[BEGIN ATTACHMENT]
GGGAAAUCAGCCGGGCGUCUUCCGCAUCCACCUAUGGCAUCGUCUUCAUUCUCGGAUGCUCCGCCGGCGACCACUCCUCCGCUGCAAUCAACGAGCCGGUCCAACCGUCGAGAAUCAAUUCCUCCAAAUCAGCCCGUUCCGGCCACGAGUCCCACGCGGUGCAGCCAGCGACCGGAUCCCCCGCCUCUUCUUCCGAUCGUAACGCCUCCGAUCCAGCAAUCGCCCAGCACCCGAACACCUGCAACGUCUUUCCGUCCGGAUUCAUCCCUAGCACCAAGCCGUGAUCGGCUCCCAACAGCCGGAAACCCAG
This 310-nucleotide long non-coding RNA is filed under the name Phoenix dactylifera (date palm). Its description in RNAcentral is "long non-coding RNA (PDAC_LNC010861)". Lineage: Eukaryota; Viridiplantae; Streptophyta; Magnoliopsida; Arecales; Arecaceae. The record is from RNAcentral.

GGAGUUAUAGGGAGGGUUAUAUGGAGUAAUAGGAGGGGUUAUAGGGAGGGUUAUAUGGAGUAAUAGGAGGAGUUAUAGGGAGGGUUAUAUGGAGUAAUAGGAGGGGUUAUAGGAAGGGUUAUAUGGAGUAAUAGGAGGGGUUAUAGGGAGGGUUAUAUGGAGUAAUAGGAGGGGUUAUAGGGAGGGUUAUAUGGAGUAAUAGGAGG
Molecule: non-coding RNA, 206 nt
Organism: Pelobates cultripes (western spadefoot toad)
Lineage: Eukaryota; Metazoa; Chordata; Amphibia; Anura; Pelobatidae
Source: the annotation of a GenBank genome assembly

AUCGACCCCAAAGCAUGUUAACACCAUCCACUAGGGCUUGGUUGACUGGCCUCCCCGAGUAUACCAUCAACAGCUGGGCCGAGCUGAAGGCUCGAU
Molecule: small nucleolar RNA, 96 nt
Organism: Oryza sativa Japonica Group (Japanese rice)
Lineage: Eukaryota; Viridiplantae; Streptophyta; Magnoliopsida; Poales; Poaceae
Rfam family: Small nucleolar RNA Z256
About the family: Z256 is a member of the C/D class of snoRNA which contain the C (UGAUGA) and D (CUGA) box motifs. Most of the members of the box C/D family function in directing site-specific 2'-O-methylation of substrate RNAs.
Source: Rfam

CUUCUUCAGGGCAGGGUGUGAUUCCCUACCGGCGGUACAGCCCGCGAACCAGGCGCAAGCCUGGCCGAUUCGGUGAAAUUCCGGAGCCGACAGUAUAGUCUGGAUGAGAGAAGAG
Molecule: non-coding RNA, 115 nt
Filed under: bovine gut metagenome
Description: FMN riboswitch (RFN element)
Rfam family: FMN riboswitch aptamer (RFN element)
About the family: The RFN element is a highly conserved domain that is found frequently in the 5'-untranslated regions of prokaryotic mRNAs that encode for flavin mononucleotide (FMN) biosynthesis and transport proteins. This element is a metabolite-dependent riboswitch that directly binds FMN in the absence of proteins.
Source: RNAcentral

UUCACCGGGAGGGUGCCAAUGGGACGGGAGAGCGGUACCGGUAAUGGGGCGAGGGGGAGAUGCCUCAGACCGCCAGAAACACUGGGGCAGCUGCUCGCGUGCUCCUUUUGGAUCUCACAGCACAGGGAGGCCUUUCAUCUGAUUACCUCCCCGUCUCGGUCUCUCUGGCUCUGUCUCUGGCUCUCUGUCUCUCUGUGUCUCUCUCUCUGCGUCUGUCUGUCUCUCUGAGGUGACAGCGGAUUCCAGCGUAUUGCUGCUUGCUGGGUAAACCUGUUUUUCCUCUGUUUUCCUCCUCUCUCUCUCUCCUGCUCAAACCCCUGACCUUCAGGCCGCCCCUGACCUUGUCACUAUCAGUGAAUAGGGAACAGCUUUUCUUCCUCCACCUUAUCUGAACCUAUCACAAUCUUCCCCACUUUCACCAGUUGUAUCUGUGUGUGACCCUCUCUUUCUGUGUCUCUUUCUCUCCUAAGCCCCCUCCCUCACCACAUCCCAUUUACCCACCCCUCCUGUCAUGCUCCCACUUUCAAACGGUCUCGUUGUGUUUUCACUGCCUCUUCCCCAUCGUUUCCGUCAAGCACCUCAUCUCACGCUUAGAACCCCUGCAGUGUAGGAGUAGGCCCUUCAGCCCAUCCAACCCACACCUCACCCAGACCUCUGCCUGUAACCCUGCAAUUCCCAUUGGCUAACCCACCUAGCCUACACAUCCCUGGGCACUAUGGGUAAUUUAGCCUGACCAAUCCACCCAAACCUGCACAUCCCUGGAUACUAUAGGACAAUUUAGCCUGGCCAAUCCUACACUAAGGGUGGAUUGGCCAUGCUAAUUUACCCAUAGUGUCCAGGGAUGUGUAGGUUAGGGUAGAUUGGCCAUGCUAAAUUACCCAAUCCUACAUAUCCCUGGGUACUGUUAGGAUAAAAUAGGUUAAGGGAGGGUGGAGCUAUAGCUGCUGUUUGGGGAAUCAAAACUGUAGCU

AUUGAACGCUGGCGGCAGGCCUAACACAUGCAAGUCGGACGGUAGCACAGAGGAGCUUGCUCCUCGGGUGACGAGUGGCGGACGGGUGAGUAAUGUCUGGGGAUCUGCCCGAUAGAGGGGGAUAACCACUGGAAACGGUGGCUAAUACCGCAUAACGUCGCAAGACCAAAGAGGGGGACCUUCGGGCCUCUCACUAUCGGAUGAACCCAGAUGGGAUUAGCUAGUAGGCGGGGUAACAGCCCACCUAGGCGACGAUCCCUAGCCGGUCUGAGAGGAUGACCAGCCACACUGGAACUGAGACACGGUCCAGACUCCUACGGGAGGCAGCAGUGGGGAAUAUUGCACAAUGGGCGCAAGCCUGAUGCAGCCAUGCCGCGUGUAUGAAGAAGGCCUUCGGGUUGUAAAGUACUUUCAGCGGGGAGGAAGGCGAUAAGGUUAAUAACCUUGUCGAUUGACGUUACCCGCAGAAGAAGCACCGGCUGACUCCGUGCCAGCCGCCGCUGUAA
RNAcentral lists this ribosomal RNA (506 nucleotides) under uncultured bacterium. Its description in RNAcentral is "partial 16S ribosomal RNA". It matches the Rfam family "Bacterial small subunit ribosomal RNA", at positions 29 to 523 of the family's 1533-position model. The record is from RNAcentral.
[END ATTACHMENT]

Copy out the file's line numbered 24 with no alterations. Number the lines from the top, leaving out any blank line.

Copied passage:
RNAcentral lists this ribosomal RNA (506 nucleotides) under uncultured bacterium. Its description in RNAcentral is "partial 16S ribosomal RNA". It matches the Rfam family "Bacterial small subunit ribosomal RNA", at positions 29 to 523 of the family's 1533-position model. The record is from RNAcentral.